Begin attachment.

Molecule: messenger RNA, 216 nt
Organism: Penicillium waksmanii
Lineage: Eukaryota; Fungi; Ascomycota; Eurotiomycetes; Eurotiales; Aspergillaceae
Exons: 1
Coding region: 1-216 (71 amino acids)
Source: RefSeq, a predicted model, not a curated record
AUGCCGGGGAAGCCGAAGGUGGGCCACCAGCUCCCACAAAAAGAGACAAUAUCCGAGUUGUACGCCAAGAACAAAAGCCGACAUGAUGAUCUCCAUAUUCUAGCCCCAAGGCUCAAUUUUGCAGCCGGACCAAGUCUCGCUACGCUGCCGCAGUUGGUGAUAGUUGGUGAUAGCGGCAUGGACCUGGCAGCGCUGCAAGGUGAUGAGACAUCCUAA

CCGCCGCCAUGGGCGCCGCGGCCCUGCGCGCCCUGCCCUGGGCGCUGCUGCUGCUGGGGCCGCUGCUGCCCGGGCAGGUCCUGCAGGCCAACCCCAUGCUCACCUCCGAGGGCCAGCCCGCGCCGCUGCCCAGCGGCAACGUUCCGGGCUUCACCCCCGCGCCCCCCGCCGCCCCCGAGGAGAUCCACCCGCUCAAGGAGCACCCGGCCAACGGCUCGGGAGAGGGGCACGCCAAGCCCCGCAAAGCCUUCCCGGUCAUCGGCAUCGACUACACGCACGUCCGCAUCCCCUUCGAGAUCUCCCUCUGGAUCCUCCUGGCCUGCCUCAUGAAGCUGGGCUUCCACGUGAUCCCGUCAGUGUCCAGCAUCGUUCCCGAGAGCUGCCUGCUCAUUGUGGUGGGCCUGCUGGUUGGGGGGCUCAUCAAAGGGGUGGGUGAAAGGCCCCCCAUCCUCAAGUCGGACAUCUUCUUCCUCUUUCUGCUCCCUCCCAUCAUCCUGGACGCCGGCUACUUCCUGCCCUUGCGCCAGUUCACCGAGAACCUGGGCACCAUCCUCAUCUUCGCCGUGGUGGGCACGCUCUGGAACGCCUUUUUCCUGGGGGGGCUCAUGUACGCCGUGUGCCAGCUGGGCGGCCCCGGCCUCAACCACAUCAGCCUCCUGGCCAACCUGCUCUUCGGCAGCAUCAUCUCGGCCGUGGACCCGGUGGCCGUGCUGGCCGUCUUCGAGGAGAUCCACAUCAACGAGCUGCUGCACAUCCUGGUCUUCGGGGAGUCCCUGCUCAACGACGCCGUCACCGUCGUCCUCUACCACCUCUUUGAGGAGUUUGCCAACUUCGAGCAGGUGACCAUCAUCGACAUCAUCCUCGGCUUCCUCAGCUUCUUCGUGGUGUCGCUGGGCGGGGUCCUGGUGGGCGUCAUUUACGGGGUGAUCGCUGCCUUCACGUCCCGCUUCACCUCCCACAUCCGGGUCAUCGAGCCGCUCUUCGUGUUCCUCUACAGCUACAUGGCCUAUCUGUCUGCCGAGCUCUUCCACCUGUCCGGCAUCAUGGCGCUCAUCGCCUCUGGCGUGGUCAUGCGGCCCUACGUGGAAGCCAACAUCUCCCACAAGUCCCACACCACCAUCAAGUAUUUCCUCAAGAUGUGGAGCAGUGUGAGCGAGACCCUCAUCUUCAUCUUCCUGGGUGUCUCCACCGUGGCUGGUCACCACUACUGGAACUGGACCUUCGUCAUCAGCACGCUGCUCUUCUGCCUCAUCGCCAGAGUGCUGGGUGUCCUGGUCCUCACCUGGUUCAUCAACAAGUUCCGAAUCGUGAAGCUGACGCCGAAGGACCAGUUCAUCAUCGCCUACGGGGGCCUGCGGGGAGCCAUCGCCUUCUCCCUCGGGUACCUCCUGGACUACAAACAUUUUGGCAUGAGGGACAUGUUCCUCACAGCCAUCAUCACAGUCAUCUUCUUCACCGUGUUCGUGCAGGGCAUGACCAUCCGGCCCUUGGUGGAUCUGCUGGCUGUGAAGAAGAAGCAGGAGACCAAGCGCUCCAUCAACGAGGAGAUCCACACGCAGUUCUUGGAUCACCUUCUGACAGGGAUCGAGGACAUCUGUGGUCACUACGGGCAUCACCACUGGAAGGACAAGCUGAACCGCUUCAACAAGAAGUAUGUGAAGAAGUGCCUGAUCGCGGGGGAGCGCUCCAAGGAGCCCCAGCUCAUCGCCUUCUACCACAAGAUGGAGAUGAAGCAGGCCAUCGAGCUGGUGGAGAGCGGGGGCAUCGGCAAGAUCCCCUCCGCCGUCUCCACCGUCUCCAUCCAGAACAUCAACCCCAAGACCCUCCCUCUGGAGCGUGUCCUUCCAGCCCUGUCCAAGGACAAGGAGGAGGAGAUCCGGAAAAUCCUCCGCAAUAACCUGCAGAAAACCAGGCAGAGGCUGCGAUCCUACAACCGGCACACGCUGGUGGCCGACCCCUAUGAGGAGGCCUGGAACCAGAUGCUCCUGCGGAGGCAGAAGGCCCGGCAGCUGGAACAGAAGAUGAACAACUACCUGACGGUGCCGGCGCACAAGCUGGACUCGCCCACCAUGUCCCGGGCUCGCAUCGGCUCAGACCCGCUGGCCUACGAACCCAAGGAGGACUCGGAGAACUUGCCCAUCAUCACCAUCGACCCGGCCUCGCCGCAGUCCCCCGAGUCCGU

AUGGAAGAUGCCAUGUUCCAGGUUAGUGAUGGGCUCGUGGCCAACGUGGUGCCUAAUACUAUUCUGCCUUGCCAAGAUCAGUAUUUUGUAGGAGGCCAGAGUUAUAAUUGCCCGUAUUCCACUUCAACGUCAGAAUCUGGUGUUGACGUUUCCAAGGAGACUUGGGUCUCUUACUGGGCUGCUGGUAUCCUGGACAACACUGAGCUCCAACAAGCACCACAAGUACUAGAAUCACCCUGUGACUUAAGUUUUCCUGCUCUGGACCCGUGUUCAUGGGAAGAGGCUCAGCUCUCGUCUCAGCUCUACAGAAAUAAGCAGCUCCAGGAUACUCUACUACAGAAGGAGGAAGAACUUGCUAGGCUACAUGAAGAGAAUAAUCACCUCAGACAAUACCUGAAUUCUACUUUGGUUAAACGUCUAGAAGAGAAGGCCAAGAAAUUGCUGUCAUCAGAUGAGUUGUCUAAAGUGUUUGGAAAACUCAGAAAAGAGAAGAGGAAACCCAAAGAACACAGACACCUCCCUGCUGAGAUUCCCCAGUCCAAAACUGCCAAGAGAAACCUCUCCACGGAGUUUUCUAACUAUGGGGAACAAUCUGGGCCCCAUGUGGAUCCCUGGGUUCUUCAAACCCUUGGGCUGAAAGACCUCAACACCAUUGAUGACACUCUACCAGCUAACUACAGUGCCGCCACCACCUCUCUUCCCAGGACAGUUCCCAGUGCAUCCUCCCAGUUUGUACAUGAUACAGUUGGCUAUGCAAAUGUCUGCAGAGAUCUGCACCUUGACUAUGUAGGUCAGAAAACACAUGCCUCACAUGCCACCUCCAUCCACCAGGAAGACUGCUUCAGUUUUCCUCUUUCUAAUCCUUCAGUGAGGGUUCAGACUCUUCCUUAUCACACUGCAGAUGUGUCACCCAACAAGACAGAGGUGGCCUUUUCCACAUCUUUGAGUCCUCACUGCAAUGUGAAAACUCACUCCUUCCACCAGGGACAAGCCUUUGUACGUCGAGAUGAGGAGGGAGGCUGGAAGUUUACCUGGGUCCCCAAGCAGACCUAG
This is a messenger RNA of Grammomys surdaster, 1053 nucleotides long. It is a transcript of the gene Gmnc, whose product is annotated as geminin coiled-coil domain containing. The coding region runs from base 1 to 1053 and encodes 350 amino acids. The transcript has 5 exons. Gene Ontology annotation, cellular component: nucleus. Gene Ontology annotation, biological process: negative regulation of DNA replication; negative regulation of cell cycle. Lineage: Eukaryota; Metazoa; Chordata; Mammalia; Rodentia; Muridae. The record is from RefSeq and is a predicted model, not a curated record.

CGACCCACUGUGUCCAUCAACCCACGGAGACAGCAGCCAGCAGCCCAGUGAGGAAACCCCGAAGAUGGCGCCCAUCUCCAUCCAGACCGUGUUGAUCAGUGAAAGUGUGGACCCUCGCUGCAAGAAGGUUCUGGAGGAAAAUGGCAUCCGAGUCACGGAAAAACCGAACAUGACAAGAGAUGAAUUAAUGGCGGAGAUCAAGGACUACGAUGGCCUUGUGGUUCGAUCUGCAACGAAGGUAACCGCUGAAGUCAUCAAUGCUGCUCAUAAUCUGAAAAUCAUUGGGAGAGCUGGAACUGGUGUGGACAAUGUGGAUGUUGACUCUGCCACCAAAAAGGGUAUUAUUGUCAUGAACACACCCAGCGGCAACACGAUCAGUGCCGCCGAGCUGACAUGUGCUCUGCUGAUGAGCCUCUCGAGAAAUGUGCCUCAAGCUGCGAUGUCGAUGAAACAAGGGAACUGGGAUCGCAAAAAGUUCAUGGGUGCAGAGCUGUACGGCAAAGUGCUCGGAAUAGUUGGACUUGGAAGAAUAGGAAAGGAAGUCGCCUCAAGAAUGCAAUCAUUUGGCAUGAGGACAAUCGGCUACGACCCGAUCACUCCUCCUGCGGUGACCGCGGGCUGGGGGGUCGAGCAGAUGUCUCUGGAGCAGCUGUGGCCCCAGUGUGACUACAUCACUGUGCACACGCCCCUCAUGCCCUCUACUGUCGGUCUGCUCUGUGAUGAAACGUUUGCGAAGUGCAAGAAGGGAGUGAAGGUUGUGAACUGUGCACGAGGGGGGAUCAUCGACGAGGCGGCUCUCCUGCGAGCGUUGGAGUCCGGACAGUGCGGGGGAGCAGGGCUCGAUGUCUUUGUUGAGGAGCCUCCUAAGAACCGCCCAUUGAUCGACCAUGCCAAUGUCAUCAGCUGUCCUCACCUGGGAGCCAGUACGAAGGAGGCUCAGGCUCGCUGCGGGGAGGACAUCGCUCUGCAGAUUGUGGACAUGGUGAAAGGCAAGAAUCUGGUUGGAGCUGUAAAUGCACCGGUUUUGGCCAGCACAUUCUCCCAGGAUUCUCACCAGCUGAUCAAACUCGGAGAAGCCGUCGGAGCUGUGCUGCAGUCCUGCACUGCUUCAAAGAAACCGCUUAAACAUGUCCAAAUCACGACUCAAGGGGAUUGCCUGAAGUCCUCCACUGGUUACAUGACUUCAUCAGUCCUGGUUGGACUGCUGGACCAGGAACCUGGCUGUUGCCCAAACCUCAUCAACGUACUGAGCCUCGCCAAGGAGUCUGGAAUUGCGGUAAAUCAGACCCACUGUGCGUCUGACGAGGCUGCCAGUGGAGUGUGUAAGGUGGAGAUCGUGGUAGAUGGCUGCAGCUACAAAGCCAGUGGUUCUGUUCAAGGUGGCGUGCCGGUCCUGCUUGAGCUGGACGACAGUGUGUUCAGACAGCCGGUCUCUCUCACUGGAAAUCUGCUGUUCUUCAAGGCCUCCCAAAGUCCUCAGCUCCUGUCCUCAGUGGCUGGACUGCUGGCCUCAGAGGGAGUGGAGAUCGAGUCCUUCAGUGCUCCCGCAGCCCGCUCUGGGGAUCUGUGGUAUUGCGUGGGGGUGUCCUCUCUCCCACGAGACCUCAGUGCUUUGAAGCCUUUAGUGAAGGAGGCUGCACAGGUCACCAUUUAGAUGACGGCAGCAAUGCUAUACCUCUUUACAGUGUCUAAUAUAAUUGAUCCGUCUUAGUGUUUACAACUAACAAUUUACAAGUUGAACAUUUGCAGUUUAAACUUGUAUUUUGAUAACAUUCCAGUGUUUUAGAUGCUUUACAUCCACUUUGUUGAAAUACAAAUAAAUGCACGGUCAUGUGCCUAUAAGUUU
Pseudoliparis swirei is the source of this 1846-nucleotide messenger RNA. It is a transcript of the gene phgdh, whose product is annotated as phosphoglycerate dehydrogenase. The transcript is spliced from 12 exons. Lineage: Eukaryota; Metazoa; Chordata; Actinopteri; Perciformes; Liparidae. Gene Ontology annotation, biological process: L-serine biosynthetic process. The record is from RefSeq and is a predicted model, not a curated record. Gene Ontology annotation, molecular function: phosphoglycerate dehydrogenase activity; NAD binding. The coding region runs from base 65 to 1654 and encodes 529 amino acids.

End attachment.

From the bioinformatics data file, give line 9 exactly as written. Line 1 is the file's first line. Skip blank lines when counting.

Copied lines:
AUGGAAGAUGCCAUGUUCCAGGUUAGUGAUGGGCUCGUGGCCAACGUGGUGCCUAAUACUAUUCUGCCUUGCCAAGAUCAGUAUUUUGUAGGAGGCCAGAGUUAUAAUUGCCCGUAUUCCACUUCAACGUCAGAAUCUGGUGUUGACGUUUCCAAGGAGACUUGGGUCUCUUACUGGGCUGCUGGUAUCCUGGACAACACUGAGCUCCAACAAGCACCACAAGUACUAGAAUCACCCUGUGACUUAAGUUUUCCUGCUCUGGACCCGUGUUCAUGGGAAGAGGCUCAGCUCUCGUCUCAGCUCUACAGAAAUAAGCAGCUCCAGGAUACUCUACUACAGAAGGAGGAAGAACUUGCUAGGCUACAUGAAGAGAAUAAUCACCUCAGACAAUACCUGAAUUCUACUUUGGUUAAACGUCUAGAAGAGAAGGCCAAGAAAUUGCUGUCAUCAGAUGAGUUGUCUAAAGUGUUUGGAAAACUCAGAAAAGAGAAGAGGAAACCCAAAGAACACAGACACCUCCCUGCUGAGAUUCCCCAGUCCAAAACUGCCAAGAGAAACCUCUCCACGGAGUUUUCUAACUAUGGGGAACAAUCUGGGCCCCAUGUGGAUCCCUGGGUUCUUCAAACCCUUGGGCUGAAAGACCUCAACACCAUUGAUGACACUCUACCAGCUAACUACAGUGCCGCCACCACCUCUCUUCCCAGGACAGUUCCCAGUGCAUCCUCCCAGUUUGUACAUGAUACAGUUGGCUAUGCAAAUGUCUGCAGAGAUCUGCACCUUGACUAUGUAGGUCAGAAAACACAUGCCUCACAUGCCACCUCCAUCCACCAGGAAGACUGCUUCAGUUUUCCUCUUUCUAAUCCUUCAGUGAGGGUUCAGACUCUUCCUUAUCACACUGCAGAUGUGUCACCCAACAAGACAGAGGUGGCCUUUUCCACAUCUUUGAGUCCUCACUGCAAUGUGAAAACUCACUCCUUCCACCAGGGACAAGCCUUUGUACGUCGAGAUGAGGAGGGAGGCUGGAAGUUUACCUGGGUCCCCAAGCAGACCUAG